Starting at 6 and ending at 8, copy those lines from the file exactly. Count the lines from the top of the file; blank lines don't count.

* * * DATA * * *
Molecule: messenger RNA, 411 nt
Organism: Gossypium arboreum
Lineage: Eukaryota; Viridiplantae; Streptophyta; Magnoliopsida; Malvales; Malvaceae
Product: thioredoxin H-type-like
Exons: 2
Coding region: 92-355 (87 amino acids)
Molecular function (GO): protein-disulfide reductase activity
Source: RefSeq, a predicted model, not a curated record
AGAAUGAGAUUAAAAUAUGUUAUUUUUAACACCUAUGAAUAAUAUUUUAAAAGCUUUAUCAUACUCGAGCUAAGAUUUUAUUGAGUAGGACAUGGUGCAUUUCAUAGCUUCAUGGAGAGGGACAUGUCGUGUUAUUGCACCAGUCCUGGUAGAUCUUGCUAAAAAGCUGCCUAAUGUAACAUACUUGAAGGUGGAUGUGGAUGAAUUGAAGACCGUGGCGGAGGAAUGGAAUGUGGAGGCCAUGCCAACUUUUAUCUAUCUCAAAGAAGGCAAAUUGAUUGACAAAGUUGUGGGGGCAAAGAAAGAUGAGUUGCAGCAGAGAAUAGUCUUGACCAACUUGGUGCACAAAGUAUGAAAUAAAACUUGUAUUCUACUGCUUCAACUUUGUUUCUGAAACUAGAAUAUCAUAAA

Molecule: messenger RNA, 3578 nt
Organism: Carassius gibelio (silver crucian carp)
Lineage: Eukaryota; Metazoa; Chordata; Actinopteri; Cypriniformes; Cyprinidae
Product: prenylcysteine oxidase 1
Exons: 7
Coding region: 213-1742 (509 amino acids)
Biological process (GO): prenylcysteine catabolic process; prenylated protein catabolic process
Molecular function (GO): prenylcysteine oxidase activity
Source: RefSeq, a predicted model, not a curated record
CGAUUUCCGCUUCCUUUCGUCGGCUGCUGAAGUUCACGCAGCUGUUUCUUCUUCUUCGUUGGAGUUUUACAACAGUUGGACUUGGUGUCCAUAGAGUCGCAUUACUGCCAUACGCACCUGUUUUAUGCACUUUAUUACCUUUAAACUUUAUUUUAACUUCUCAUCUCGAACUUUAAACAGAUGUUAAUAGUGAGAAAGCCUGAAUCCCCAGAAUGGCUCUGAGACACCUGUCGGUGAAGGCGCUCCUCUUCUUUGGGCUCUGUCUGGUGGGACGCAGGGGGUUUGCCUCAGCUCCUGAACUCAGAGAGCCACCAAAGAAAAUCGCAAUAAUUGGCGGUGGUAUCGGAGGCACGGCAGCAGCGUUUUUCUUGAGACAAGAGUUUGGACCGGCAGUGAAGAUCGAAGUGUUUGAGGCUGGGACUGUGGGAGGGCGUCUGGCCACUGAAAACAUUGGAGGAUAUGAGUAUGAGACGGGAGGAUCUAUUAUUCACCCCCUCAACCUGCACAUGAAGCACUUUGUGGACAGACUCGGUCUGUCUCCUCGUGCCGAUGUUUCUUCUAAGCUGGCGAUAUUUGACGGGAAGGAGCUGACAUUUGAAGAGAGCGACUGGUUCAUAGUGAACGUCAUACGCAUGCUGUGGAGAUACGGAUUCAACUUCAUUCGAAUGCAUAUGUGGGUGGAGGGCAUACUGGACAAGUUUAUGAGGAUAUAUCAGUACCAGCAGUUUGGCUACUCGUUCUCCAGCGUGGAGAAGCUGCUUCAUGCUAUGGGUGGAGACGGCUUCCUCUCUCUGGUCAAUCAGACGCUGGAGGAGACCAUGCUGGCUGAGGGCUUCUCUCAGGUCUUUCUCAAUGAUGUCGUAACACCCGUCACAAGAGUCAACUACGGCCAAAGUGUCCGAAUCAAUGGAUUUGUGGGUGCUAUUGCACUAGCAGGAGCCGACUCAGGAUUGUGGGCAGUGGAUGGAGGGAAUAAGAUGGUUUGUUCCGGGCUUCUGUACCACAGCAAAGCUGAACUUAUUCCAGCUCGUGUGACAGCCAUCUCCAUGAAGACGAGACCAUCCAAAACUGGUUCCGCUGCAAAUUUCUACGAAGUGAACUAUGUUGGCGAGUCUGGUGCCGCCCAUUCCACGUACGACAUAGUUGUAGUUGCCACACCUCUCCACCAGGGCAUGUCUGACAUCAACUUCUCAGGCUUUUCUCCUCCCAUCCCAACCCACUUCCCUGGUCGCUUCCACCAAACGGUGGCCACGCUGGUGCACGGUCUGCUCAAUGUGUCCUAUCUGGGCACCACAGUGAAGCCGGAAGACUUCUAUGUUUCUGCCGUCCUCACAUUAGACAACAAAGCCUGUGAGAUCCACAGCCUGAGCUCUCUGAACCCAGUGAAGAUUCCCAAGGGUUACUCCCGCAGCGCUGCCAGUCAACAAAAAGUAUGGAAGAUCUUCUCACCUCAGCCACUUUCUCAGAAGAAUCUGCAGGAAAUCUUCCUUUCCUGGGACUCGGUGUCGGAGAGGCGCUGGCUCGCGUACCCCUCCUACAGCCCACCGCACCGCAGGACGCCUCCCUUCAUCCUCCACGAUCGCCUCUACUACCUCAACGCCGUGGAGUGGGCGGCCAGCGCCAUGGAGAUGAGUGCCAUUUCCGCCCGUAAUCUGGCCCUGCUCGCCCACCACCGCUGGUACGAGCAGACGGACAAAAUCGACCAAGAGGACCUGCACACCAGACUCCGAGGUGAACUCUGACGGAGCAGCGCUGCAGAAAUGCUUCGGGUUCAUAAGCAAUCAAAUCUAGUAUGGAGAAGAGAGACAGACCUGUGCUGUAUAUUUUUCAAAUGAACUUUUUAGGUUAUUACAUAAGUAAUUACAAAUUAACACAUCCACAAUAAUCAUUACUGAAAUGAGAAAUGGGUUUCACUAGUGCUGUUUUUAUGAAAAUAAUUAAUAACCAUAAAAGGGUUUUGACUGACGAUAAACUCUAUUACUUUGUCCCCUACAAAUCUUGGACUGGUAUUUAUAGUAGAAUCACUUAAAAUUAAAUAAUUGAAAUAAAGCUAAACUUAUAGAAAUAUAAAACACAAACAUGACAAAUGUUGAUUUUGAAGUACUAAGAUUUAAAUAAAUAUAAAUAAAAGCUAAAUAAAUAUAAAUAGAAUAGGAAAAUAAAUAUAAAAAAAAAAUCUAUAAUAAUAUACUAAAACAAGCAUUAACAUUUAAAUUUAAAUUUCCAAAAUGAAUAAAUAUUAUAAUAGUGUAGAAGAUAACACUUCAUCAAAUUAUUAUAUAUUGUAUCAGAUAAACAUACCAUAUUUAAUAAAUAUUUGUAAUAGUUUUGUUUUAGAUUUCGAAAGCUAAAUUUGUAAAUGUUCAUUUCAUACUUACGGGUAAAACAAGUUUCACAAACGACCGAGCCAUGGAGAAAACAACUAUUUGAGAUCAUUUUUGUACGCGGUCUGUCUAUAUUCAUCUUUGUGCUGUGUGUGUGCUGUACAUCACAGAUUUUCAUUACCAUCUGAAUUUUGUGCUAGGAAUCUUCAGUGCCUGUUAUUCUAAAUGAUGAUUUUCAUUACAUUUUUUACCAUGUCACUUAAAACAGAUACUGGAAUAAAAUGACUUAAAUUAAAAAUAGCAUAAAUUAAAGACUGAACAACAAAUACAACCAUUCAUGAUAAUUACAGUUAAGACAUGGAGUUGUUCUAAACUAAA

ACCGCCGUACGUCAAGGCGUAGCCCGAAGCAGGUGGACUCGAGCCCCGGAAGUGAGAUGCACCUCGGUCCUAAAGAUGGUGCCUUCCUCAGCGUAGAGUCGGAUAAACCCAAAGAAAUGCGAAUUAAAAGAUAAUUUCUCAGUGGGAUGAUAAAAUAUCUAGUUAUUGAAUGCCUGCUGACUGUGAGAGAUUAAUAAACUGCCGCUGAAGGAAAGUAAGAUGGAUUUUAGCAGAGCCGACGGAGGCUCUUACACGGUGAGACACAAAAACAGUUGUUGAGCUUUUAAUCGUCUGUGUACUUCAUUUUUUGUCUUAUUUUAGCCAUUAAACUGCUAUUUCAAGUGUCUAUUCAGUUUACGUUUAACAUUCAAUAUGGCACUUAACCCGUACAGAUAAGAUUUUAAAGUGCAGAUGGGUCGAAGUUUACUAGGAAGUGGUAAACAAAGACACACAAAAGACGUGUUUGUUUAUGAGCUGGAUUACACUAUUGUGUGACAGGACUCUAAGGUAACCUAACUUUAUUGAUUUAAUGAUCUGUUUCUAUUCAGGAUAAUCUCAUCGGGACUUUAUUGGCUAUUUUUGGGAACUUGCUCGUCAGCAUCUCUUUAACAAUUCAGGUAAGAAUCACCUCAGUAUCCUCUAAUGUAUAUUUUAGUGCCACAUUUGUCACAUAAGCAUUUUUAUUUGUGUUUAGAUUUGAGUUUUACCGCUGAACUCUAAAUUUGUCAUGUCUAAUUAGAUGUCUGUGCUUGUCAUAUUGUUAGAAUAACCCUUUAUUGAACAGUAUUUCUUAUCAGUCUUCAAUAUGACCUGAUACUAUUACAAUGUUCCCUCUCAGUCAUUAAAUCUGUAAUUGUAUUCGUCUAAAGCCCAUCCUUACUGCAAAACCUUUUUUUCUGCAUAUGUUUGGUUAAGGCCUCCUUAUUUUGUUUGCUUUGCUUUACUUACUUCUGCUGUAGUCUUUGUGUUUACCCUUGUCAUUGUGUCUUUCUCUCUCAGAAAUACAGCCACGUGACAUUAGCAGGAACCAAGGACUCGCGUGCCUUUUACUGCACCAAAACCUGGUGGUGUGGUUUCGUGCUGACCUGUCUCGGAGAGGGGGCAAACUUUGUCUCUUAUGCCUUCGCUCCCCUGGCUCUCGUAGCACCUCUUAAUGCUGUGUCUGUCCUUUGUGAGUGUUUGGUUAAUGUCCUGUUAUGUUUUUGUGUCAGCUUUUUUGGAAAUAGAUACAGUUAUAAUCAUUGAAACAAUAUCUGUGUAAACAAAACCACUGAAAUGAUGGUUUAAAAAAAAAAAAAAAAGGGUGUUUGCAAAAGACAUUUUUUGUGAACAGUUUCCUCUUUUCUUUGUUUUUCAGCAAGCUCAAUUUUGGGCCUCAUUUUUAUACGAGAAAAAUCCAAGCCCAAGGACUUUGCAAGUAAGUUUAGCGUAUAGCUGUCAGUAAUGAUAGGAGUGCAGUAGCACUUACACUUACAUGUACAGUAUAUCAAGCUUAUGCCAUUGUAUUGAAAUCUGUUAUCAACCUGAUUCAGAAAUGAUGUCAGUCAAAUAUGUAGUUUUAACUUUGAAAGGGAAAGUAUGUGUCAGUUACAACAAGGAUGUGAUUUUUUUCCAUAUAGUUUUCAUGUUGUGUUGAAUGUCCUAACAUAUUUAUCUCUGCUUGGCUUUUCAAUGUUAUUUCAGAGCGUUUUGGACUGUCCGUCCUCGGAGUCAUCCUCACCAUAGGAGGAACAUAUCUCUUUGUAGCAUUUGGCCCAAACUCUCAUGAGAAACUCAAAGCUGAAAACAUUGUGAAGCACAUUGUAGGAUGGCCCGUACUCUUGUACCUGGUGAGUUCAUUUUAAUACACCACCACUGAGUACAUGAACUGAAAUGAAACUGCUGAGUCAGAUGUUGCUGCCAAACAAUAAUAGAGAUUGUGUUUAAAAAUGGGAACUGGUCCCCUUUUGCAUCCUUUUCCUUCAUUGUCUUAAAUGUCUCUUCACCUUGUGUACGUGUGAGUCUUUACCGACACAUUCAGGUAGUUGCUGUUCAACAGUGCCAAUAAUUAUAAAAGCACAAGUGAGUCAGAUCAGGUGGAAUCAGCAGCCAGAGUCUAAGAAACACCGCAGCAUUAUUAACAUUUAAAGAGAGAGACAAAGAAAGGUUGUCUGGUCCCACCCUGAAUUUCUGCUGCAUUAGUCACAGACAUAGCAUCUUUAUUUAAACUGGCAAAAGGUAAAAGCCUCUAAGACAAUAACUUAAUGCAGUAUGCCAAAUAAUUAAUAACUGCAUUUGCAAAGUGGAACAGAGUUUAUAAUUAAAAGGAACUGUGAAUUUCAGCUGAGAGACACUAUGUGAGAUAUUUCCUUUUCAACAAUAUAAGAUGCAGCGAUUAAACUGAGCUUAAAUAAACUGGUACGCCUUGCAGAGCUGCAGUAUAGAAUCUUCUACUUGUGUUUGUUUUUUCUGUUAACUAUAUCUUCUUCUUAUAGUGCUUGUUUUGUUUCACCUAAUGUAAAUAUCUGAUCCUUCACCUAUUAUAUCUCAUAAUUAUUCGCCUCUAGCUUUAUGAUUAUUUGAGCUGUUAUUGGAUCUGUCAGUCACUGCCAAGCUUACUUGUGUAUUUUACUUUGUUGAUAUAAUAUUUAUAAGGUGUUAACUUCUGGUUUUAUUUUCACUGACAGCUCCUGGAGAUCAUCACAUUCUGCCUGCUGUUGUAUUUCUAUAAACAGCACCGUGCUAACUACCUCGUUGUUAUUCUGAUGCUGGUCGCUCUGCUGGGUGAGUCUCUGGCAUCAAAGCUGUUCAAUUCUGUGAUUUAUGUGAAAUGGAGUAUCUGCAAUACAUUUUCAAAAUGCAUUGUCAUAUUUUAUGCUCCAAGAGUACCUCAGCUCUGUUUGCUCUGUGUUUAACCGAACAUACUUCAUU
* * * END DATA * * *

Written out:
Coding region: 92-355 (87 amino acids)
Molecular function (GO): protein-disulfide reductase activity
Source: RefSeq, a predicted model, not a curated record